When Harry Swaak invited me to give this lecture, I was so flattered and amazed
that I said yes without even thinking about the consequences.
It was only when I got back from holiday and confronted
the task in earnest that I realized
the extent of my problem.
Unlike previous lecturers in this series,
I am not a creator, like an architect or designer.
Neither am I a producer, running an innovative manufacturing company.
Consequently, I have no portfolio of beautiful products or buildings to show you.
I also lack a well-developed eye for fashion trends -
so I can't even tell you whether 1996 will be brown!
On the Contrary:
my archive is a somewhat dispiriting pile
of old magazine articles
(many yellow and curling at the edges),
a couple of books,
and some uninspiring slides
of bygone exhibitions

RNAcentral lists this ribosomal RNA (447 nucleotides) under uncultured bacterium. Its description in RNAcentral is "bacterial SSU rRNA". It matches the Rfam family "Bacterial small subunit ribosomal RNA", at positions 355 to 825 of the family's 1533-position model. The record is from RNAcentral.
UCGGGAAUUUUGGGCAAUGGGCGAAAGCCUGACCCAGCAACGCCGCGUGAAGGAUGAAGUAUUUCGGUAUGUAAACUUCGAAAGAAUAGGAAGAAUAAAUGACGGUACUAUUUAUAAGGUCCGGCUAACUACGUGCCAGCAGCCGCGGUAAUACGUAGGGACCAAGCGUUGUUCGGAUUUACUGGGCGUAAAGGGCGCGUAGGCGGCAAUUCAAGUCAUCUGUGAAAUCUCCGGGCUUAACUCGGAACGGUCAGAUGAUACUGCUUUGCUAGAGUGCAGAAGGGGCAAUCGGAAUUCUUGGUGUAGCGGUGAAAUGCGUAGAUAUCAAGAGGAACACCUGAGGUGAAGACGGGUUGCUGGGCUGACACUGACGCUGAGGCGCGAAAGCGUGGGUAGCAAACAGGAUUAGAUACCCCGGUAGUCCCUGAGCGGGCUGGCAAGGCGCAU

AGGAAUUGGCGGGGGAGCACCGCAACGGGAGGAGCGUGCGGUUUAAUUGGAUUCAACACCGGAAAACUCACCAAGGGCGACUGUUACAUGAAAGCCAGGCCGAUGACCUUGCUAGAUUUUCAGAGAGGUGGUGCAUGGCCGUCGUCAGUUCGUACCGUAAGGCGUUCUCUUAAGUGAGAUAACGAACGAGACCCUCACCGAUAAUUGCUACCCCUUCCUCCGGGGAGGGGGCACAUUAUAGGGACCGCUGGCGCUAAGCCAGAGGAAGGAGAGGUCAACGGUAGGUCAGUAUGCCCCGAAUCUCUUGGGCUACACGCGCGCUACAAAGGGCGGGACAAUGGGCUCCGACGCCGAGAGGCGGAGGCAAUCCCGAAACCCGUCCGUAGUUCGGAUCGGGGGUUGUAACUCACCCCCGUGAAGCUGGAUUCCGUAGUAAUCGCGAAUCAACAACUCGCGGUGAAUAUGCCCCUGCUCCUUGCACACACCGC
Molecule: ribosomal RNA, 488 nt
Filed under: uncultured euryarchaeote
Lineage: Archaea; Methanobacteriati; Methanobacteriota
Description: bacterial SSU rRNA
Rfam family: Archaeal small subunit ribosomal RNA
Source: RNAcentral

You would not thank me for showing them!
In fact I do not propose to talk about objects at all.
I hope this will not disappoint those of you who consider products
- real, hard things -
to be the essence of the subject of design.
M own view is that the design of processes is just as important for design,
particularly when they bring people and technology into contact with each other.
I hope I can make this aspect of design interesting for you, too.
That's why I have decided to talk about airports, air travel,
and the whole business of flying around the world.
My modest aim is to tell you what fascinates me
about the design aspects of aviation. With luck,
this will stimulate some of you to think
differently about the process,
next time you